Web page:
Postpartum depression is depression that occurs after having a baby. Feelings of postpartum depression are more intense and last longer than those of “baby blues.” The “baby blues” is a term used to describe the feelings of worry, unhappiness, and fatigue that many women experience after having a baby. Babies require a lot of care, so it’s normal for mothers to be worried about, or tired from, providing that care. Baby blues, which affects up to 80 percent of mothers, includes feelings that are somewhat mild, last a week or two, and go away on their own.
With postpartum depression, feelings of sadness and anxiety can be extreme and might interfere with a woman’s ability to care for herself or her family. And because of the severity of the symptoms, postpartum depression usually requires treatment. The condition, which occurs in nearly 15 percent of births, may begin shortly before or any time after childbirth. However, it commonly begins between a week and a month after delivery.
The Centers for Disease Control (CDC) research suggests about 1 in 9 women experiences postpartum depression. Postpartum depression does not have a single cause, but likely results from a combination of physical and emotional factors. Postpartum depression does not occur because of something a mother does or does not do.
After childbirth, the levels of hormones (estrogen and progesterone) in a woman’s body quickly drop. And this leads to chemical changes in her brain that may trigger mood swings. In addition, many mothers are unable to get the rest they need to fully recover from giving birth. Constant sleep deprivation can lead to physical discomfort and exhaustion, which can contribute to the symptoms of postpartum depression.
Symptoms of postpartum depression are similar to symptoms for depression, but may also include:
- Crying more often than usual.
- Feelings of anger.
- Withdrawing from loved ones.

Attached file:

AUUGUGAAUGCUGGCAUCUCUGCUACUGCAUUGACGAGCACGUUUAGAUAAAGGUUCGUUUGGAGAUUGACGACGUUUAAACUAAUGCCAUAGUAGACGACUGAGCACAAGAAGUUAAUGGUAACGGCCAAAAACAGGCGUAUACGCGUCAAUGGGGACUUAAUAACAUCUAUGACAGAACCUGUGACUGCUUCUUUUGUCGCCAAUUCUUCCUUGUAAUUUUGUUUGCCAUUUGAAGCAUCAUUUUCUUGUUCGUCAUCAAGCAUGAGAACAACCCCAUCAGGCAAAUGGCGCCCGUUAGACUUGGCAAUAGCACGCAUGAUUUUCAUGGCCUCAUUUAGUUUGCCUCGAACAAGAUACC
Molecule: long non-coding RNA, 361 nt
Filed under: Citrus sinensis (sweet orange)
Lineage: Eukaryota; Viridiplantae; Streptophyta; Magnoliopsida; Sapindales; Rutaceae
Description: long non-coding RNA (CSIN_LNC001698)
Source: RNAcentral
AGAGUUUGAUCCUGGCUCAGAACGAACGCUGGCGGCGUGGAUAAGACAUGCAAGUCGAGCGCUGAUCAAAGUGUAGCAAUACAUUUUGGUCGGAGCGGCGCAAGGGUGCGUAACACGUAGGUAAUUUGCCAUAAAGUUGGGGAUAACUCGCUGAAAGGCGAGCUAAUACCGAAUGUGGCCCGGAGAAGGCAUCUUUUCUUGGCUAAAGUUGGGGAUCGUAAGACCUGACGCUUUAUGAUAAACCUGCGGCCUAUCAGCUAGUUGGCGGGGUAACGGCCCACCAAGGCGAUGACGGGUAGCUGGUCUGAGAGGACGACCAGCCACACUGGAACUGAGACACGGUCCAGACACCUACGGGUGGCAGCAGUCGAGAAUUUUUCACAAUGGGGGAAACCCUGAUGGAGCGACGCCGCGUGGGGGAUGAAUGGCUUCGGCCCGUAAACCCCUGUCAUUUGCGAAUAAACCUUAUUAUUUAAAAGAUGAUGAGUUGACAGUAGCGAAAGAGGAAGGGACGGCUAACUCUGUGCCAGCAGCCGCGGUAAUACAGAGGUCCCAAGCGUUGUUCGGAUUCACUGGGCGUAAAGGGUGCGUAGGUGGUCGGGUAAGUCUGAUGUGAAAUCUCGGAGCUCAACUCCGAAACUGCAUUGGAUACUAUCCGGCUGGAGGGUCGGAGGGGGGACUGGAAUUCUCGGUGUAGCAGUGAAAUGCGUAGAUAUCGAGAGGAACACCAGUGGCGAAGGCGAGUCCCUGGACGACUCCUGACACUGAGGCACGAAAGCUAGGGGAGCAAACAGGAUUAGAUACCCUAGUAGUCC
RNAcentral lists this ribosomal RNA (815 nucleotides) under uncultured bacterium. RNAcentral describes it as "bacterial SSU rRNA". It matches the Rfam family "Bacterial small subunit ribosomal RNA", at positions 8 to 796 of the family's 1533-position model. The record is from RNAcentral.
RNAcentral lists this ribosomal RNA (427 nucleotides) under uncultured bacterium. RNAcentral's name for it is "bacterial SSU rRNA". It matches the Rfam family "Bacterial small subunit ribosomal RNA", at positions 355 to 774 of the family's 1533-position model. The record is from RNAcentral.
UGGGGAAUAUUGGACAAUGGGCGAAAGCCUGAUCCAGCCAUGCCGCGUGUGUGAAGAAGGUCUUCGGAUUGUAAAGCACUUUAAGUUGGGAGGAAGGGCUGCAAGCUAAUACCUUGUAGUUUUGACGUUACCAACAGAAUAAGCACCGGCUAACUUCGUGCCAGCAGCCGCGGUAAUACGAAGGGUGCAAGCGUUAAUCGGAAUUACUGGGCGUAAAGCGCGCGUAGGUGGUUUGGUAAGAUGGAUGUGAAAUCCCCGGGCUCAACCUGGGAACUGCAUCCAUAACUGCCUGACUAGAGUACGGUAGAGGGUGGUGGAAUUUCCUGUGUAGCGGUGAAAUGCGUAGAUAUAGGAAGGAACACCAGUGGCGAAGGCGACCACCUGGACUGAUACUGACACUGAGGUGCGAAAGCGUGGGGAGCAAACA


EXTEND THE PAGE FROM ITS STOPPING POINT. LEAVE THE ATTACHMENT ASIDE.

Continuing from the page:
- Feeling numb or disconnected from your baby.
- Worrying that you will hurt the baby.
- Feeling guilty about not being a good mom or doubting your ability to care for the baby.
Experiences that may put some women at a higher risk for depression include:
- Low social support.
- Difficulty getting pregnant.
- Being a mom to multiples, like twins, or triplets.
- Losing a baby.
- Being a teen mom.
- Preterm (before 37 weeks) labor and delivery.
- Having a baby with a birth defect or disability.
- Pregnancy and birth complications.
- Having a baby or infant who has been hospitalized.
Depression can also occur among women with a healthy pregnancy and birth.
Depression is treatable, and most people get better with treatment. If you think you may be depressed, the first step to seeking treatment is to talk to your health care provider. Only a health care provider can diagnose a woman with postpartum depression. Because symptoms of this condition are broad and may vary between women, a health care provider can help a woman figure out whether the symptoms she is feeling are due to postpartum depression or something else. A woman who experiences any of these symptoms should see a health care provider right away.
There are effective treatments for postpartum depression. And a woman’s health care provider can help her choose the best treatment, which may include:
- Counseling/Talk Therapy: This treatment involves talking one-on-one with a mental health professional (a counselor, therapist, psychologist, psychiatrist, or social worker).
- Medication: Antidepressant medications act on the brain chemicals that are involved in mood regulation. Many antidepressants take a few weeks to be most effective. While these medications are generally considered safe to use during breastfeeding, a woman should talk to her health care provider about the risks and benefits to both herself and her baby.
These treatment methods can be used alone or together. And research suggests that a combination of the two is the most effective treatment for alleviating postpartum depression.
Without treatment, postpartum depression can last for months or years. In addition to affecting the mother’s health, it can interfere with her ability to connect with and care for her baby. And it may cause the baby to have problems with sleeping, eating, and behavior as he or she grows.
So how can music therapy help?
Music therapy provides opportunities to:
- Explore personal feelings and therapeutic issues such as self-esteem or personal insight
- Make positive changes in mood and emotional states
- Have a sense of control over life through successful experiences
- Enhance awareness of self and environment
- Express oneself both verbally and non-verbally
- Develop coping and relaxation skills
- Support healthy feelings and thoughts
- Improve reality testing and problem solving skills
- Interact socially with others
- Improve concentration and attention span
- Adopt positive forms of behavior
Outcomes for depression that are documented in Music Therapy research:
- Reduced muscle tension
- Improved self-image/Increased self-esteem
- Decreased anxiety/agitation Increased verbalization
- Enhanced interpersonal relationships
- Increased motivation
- Successful and safe emotional release
As always, I’m happy to answer your questions about music therapy and how it might fit into your treatment! Feel free to contact me anytime.